Kevin James

Photo Courtesy/ Kevin James (Venice Current)

VENICE- According to the last official homeless count, the City of Los Angeles has over 60 percent of Los Angeles County's unhoused population, but less than 40 percent of the County's overall population.  Local coverage focuses on stories about neighborhoods in the City of Los Angeles including Echo Park Lake, the Venice Boardwalk, encampment fires throughout the City of Los Angeles, a proposed project in Chatsworth, tiny homes in North Hollywood, and Skid Row.

Where are the stories about growing encampments in other cities like Beverly Hills, Burbank, Culver City, Manhattan Beach, Santa Clarita, Santa Monica, or West Hollywood?  Where are the homeless housing facilities in those cities? 

The answers demonstrate the results of uneven enforcement of quality of life ordinances throughout LA County.  Such uneven enforcement interferes with solutions to homelessness, and accelerates the pain, sorrow, misery, and mayhem on Los Angeles streets.

The other 87 cities in LA County can enforce their quality of life ordinances that protect their public right of way.  But because of legal settlements, the City of Los Angeles does not.  The results are evident all over Los Angeles.

In a recent court case, Martin v. City of Boise, the Ninth Circuit Court of Appeals ruled that a city cannot prohibit an unhoused person from sleeping on the sidewalk without first providing a reasonable offer of shelter to that person.  Because Boise was decided by the Ninth Circuit, it applies to all cities in LA County, precluding uneven enforcement of its rule.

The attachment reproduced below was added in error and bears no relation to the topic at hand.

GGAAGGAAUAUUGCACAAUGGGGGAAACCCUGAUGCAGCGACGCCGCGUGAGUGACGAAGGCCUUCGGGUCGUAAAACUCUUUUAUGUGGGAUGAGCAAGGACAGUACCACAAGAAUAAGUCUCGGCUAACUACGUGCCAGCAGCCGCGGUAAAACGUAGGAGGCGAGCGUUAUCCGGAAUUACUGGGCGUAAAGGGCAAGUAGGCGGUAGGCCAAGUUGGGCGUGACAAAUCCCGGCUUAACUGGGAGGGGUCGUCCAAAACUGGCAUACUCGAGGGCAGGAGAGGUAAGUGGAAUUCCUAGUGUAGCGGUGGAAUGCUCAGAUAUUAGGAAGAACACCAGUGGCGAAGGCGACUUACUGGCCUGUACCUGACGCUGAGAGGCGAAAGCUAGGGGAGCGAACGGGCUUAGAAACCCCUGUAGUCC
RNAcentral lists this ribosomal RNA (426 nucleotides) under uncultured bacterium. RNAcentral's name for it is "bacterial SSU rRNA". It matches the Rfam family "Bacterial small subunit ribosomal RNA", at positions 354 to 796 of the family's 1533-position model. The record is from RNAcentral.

However, Boise does not stop a city from "barring the obstruction of public rights of way or the erection of certain structures." So LA's neighbors can prohibit a person from sleeping on the sidewalk with their possessions that obstruct the public right of way. The City of LA does not.

These different standards expose some ugly truths.

One is that cities need to be in crisis before they will build homeless housing, or provide mental health, addiction, and job placement services in their communities. Another is that the most powerful incentive for a city to act is the unsightly reality of encampments obstructing public space in their own communities.

The cities that have encampments have a reason to build homeless housing and services. The cities that don't, don't.

This does two things that hamper solutions we need. First, it pushes the unhoused into Los Angeles, where they can keep their possessions with them. Second, it pushes the incentive to solve the crisis away from our neighbors and into Los Angeles. When an unhoused person is pushed from one city to another, so is the incentive to help them.

Los Angeles cannot solve this crisis alone. All of LA County is needed.

President Biden's infrastructure plan and Governor Newsom's homelessness proposal will help Southern California achieve a regional solution.  Those resources should be spent to help the other cities in LA County build homeless housing and services.

Otherwise, Los Angeles will have to rely on court decisions to bring LA County together -- meaning LA should litigate its homelessness/public right of way cases through to a resolution that is binding on every city in LA County.  That is what happened in Boise.  The City of Boise did not settle the case.  The case went all the way to the Ninth Circuit, and the Court's decision applies to every city in the western United States.  Uneven enforcement of the Boise rule is prohibited.

U.S. District Court Judge David O. Carter and the parties in the LA Alliance for Human Rights v. City and County of Los Angeles case have an opportunity to provide our region with a court ruling that binds every city in LA County -- thereby leveling the playing field, just like the Ninth Circuit did in Boise.

That would finally open the door for a regional solution to homelessness.